Nathan Pirakitikulr was born and raised in Indiana, the son of Thai immigrants who came to the United States in the pursuit of higher education and opportunity. Inspired by his parents’ hard work and dedication to learning, Dr. Pirakitikulr went on to study biochemistry and mathematics at Columbia University. He then earned his MD and PhD at the Yale School of Medicine where he studied the structure of viral RNAs and how they are recognized by the innate immune system in humans. Upon graduation he turned his attention to training in ophthalmology at the Bascom Palmer Eye Institute where he is currently completing his third year of residency. In July he will continue his training with a fellowship in Orbital Facial Plastic and Reconstructive Surgery at UCLA’s Jules Stein Eye Institute under the mentorship of Dr. Robert Goldberg. As a physician-scientist, Dr. Pirakitikulr is interested in understanding the molecular drivers of orbital inflammation, and on the side, he has been developing low-cost imaging devices to aid in the diagnosis and management of orbital diseases.

Murtaza Saifee, MD
Murtaza Saifee, MD

Murtaza Saifee, MD
University of California, San Francisco

Murtaza Saifee is currently at PGY-4 ophthalmology resident at the University of California, San Francisco, and after residency plans to pursue a fellowship in glaucoma. He is interested in the intersection of engineering and ophthalmology and is excited to explore applications that marry those two fields to optimize the way we diagnosis and treat patients. After fellowship, he hopes to pursue his goals of patient care and technology research as an academic ophthalmologist.

Additional Information

Eligibility

Nominees for the Resident and Fellow Research Forum must fulfill the following criteria:

  • Residents or fellows, carrying out research on a full or part-time basis in any approved residency training program in the United States and Canada, and medical students doing a full year of research
  • Research content should reflect ongoing or very recent research that has not yet been published or accepted for publication at the time of submission
  • Applications across the full spectrum of ophthalmic diseases are encouraged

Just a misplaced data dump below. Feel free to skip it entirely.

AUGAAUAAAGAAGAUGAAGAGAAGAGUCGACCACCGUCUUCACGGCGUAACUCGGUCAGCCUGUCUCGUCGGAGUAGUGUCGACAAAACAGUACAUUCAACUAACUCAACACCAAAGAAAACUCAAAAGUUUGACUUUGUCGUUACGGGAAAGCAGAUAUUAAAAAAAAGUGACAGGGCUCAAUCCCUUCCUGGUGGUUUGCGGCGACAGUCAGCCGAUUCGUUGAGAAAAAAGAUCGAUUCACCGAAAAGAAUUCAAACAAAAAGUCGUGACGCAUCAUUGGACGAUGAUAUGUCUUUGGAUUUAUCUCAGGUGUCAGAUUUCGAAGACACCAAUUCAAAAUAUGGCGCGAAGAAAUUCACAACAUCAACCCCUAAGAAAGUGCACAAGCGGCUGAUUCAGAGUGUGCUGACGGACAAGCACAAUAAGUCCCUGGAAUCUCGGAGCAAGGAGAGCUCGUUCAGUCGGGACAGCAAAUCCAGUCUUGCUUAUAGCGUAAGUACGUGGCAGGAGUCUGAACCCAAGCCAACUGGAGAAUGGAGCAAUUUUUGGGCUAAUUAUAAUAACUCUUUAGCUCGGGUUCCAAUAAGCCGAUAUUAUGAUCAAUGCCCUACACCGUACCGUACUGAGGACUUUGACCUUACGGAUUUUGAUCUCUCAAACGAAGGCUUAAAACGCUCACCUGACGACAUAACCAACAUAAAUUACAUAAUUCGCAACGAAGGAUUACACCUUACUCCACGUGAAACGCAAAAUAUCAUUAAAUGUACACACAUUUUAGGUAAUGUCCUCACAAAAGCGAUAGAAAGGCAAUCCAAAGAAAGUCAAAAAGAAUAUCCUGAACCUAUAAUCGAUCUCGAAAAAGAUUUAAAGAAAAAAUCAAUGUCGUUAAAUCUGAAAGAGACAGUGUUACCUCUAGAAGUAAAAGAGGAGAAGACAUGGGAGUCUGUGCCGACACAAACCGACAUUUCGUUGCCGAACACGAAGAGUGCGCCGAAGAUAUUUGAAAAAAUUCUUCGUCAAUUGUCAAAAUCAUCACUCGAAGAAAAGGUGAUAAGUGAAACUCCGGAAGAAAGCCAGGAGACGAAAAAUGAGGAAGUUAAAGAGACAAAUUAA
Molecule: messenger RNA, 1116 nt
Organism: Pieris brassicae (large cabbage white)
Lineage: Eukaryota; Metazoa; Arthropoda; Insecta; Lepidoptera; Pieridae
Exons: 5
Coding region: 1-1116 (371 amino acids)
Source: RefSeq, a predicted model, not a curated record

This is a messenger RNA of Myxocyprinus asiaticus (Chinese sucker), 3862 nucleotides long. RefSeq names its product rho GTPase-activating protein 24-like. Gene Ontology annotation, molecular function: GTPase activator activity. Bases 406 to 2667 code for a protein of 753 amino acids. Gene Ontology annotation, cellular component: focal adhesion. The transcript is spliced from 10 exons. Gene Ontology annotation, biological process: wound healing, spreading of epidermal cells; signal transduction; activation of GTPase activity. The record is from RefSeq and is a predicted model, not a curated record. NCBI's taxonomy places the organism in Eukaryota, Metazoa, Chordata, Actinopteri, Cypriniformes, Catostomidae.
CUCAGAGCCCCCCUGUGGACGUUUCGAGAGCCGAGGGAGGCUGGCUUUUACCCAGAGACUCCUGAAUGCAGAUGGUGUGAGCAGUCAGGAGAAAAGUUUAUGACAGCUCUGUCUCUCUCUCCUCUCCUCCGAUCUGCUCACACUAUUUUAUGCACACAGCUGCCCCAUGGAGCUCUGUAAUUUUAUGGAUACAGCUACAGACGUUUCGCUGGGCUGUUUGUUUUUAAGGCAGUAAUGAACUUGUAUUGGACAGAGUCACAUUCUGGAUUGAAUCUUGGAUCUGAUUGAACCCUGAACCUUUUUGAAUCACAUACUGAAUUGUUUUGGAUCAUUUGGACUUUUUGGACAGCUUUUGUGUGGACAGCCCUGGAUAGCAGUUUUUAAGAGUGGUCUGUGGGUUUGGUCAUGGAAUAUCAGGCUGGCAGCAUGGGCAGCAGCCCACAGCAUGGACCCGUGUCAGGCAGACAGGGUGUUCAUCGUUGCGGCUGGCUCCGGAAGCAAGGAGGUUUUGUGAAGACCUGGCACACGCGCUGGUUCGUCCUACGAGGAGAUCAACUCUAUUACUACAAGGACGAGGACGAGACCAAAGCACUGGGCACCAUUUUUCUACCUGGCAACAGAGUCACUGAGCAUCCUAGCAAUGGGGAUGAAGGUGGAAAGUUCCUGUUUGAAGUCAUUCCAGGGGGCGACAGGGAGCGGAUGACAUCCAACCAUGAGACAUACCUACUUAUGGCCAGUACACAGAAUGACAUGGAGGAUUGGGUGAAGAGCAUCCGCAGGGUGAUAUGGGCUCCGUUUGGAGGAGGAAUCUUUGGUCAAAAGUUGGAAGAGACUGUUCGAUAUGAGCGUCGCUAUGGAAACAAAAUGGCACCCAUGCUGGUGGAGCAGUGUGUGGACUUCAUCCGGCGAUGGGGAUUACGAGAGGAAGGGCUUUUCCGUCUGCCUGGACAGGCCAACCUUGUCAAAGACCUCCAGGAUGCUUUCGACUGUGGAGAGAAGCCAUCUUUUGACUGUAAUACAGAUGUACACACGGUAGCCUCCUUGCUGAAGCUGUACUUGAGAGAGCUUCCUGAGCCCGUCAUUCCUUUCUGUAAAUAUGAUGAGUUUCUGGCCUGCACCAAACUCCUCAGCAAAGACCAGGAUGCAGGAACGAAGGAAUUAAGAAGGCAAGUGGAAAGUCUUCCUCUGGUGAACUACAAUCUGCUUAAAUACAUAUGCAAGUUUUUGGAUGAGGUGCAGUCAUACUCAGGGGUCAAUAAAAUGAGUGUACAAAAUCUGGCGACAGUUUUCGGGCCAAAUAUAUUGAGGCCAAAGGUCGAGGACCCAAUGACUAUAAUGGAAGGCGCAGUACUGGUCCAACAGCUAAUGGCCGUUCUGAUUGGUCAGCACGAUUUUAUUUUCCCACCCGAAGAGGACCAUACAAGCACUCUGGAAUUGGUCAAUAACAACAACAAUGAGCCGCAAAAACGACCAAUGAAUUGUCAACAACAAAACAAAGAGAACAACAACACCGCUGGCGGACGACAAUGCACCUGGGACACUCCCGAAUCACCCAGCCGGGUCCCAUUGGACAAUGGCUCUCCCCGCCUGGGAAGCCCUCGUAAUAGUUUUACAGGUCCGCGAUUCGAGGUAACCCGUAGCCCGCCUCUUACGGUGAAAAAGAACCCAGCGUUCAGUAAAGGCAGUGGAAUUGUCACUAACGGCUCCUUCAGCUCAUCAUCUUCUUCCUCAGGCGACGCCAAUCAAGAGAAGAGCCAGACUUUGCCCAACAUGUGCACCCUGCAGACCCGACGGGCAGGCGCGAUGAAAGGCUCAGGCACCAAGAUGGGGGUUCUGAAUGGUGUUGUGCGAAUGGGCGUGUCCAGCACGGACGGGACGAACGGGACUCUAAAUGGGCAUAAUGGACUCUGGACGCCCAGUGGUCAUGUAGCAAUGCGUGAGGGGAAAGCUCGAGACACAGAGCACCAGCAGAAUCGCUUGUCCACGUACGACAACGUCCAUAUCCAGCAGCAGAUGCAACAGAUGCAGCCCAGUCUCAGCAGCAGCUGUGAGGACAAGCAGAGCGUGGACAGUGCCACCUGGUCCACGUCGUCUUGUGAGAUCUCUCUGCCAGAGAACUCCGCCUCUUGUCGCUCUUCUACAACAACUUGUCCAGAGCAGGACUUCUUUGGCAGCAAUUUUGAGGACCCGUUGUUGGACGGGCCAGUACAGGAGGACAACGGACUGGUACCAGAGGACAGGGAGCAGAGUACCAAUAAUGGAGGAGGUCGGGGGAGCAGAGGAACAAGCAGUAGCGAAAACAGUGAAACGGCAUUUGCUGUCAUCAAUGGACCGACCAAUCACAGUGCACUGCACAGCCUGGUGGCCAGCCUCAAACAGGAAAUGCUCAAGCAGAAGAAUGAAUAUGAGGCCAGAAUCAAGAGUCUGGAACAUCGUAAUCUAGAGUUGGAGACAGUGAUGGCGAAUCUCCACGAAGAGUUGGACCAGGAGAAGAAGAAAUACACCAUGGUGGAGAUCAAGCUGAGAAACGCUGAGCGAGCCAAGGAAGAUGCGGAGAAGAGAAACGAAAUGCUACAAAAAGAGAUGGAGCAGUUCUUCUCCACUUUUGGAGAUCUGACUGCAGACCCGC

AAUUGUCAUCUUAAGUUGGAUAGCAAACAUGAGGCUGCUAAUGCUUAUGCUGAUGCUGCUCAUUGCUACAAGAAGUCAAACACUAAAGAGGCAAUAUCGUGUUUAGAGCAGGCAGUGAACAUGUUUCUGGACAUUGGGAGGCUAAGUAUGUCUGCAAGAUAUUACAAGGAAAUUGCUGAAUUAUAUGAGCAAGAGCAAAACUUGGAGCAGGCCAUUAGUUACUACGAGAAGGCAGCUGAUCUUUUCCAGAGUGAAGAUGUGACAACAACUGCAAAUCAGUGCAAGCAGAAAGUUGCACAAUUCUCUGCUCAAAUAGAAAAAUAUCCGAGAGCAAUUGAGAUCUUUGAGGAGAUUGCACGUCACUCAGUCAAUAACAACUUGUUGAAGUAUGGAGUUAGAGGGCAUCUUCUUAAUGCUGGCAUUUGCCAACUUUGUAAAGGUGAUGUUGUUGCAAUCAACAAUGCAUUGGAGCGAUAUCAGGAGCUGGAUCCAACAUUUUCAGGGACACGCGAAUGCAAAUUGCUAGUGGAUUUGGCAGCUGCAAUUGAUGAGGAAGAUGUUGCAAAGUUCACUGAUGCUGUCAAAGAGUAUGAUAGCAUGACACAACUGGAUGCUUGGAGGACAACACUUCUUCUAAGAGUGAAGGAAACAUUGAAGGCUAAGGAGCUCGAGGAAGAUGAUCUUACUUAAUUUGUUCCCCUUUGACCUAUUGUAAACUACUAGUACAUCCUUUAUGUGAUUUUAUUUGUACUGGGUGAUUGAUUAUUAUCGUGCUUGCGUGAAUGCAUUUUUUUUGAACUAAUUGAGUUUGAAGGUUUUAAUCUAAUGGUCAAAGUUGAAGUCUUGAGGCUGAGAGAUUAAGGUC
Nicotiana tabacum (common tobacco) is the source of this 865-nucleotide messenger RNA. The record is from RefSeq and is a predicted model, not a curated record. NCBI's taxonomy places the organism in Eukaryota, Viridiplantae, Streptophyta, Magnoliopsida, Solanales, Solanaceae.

• A winning presenter is eligible to present only once at an AUPO annual meeting

Nominations

  • Candidates must be nominated by their Department Chair
  • The Application Packet must include the following items (10 pt. font or greater):
    • A letter (not to exceed two pages) from the Chair summarizing the Nominee’s special qualifications for the Award and verifying
      • the percent of ‘hands-on’ effort by the candidate described in the abstract
      • the cash prize will be awarded directly to the Awardee and not counted against normal compensation or deposited in department accounts
      • the Awardee will attend the AUPO Annual Meeting to receive the award and will be accompanied by the Chair or an Associate Member from their department
    • One-page curriculum vitae
    • Abstract of research carried out by candidate
      • abstracts should indicate the percent of “hands-on” effort of the work performed by the candidate
      • abstracts should be in ARVO format
      • the introduction should contain a single sentence statement of the hypothesis
      • the conclusion should contain a single sentence statement of the relevance of the work to the prevention of blindness (why the study is therefore important)
  • No candidate may submit more than one abstract, although there is no limit to the number of abstracts that may be submitted from any department. In general, there should be only one submission from the laboratory or program of an individual scientific faculty preceptor.

The completed application packet must be compiled by the Department Chair and submitted electronically by September 15.

Submit Application 

Selection Process

  • All applications will be reviewed by a Selection Committee, consisting of Chairs and Directors of Research from Departments of Ophthalmology.
  • The four successful candidates will be notified in October.